Have Americans' lives and finances returned to normal in the aftermath of the COVID-19 pandemic? Has recent inflation impacted their financial situation even more than the pandemic did?
To answer these questions, Real Estate Witch surveyed 1,000 Americans to see how they're faring three years into the pandemic. Although some people have recovered, others are still living paycheck to paycheck. Plus, the pressure of debt and other financial demands are forcing some to miss rent or mortgage payments. Here’s what we learned about how Americans view the current state of financial recovery.
70% of Americans say recent levels of inflation impact their finances more than the pandemic
From groceries to gasoline, the price of everyday essentials has fluctuated, often hitting record highs. Most Americans say this type of inflation has had an impact on their financial outlook even more than the pandemic. Another 70% think it's more impactful on the stock market than COVID-19. That said, Americans are split evenly at 50% for inflation and 50% for COVID-19 when it comes to the job market and supply chain issues.
Renters are 10% more likely than homeowners to say they are financially worse off than before the pandemic
Whether you pay rent or a mortgage, a substantial chunk of your monthly budget goes to housing. For people living in expensive metro areas, this may be even more of a burden. Renters are more likely than homeowners to say they are struggling due to the ripple effect of the pandemic. But are homeowners really better off? Last year, one-third of homeowners (33%) missed or deferred a mortgage payment, and 33% of renters also reported missing rent payments.
69% of renters don't think they can afford a home in 2023
In light of how renters feel about their financial situation, it’s understandable that the majority of them don’t think they can afford a home. Renting has historically been seen as more affordable. While renting, Americans are expected to save money to start searching for a home. But with monthly rent prices also increasing because of inflation and a competitive housing market, that's becoming more difficult to do.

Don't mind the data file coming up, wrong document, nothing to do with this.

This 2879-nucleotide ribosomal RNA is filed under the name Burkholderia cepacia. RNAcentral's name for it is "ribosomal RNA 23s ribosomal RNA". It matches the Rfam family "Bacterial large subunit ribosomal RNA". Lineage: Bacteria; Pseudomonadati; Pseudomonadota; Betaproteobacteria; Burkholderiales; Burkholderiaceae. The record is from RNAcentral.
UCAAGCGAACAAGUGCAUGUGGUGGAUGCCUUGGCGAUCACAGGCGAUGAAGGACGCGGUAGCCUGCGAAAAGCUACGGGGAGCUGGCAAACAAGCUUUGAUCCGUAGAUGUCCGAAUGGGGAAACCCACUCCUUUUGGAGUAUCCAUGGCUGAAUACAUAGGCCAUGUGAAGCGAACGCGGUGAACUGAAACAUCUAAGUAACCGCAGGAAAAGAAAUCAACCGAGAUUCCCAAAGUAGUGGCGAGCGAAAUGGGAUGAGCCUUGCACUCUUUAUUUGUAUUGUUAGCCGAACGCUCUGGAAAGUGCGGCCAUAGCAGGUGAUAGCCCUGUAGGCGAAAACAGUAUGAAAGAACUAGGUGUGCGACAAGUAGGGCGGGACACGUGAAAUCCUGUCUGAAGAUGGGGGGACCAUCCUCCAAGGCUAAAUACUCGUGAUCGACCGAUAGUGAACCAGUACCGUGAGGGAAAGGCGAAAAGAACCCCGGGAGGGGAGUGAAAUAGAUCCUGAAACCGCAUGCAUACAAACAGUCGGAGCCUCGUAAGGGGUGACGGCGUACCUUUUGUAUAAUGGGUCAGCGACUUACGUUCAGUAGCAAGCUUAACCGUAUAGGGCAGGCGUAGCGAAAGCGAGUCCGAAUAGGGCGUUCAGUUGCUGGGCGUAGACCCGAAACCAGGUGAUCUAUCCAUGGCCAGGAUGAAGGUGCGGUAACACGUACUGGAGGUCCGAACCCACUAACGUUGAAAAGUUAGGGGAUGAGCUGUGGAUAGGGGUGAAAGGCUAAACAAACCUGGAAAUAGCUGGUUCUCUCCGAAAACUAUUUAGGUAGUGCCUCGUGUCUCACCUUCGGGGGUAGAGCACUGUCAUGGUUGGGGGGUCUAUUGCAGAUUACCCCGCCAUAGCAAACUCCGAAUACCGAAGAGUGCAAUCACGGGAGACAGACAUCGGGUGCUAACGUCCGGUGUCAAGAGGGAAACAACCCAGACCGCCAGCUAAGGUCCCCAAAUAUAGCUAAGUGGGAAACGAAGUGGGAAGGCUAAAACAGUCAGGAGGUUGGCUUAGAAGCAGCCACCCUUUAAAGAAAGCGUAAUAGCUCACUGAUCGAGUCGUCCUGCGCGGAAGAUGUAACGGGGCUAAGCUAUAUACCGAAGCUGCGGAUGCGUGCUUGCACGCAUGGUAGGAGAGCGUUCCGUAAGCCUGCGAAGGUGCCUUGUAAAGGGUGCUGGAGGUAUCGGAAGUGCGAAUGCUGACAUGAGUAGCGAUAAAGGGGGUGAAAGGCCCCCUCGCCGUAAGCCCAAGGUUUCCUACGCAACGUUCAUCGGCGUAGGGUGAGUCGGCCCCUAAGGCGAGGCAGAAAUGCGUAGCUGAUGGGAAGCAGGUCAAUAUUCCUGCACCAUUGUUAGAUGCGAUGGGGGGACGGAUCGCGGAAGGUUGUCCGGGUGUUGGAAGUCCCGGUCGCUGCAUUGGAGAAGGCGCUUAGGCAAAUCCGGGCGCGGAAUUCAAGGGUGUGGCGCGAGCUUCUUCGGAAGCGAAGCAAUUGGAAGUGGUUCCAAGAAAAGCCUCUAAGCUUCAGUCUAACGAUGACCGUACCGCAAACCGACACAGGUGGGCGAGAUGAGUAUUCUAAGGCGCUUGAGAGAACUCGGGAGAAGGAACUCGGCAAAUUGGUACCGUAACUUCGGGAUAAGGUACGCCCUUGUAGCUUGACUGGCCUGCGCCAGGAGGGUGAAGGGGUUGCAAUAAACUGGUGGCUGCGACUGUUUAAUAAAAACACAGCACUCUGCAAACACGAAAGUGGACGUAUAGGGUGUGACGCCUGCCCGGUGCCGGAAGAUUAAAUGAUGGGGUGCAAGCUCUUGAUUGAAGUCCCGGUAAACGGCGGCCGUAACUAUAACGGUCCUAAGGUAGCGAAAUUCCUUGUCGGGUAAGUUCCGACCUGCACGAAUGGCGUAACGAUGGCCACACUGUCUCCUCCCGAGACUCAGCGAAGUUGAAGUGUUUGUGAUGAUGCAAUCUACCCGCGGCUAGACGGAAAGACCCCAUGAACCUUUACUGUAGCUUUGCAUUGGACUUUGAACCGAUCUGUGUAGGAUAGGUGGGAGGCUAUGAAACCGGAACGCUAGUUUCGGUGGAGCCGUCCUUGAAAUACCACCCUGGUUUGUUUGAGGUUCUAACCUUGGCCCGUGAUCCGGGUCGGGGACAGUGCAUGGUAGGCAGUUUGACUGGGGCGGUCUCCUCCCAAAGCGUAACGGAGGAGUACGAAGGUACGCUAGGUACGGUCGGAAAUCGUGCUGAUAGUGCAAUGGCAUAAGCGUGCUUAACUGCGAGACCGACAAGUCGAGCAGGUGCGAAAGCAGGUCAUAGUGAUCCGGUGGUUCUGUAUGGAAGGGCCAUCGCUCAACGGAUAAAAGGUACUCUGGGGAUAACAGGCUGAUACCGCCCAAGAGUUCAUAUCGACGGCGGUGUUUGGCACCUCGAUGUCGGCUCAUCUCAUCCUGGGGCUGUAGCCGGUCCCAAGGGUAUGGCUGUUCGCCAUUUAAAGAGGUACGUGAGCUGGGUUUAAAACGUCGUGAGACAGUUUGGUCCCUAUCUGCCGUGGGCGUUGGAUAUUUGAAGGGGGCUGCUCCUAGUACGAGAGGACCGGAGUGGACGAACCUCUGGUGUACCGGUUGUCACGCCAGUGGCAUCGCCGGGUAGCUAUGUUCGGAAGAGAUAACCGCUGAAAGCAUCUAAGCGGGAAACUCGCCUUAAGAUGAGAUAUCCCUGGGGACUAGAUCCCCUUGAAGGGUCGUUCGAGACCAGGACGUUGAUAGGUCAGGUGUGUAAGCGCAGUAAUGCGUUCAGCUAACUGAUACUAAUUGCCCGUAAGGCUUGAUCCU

One-fourth of renters want to continue renting
Remaining a renter during a period of high inflation and interest rates can be a smart financial decision. Although monthly mortgage payments tend to be lower than monthly rent prices, homeowners typically have other expenses, many of which are unforeseen. In addition to maintenance and repairs, they also have to consider several different types of insurance policies.
Nearly 1 in 6 Americans believe it will take three years or more for their finances to recover
If Americans feel unsure about their finances, how long will it take to recover? It’s tough to predict but 18% of Americans say three years or more. This could inevitably have a long-term impact on the housing market as people make strategic decisions about the right time to buy or sell.
16% of Americans believe their finances will never recover from the pandemic
Three years later, 72% of Americans still haven’t recovered from the COVID-19 pandemic as it relates to finances. Stress due to money concerns is one of the most common forms of stress. Record inflation and unforeseen circumstances like the pandemic have not helped the situation.
Americans are 60% more pessimistic about the housing market than they were a year ago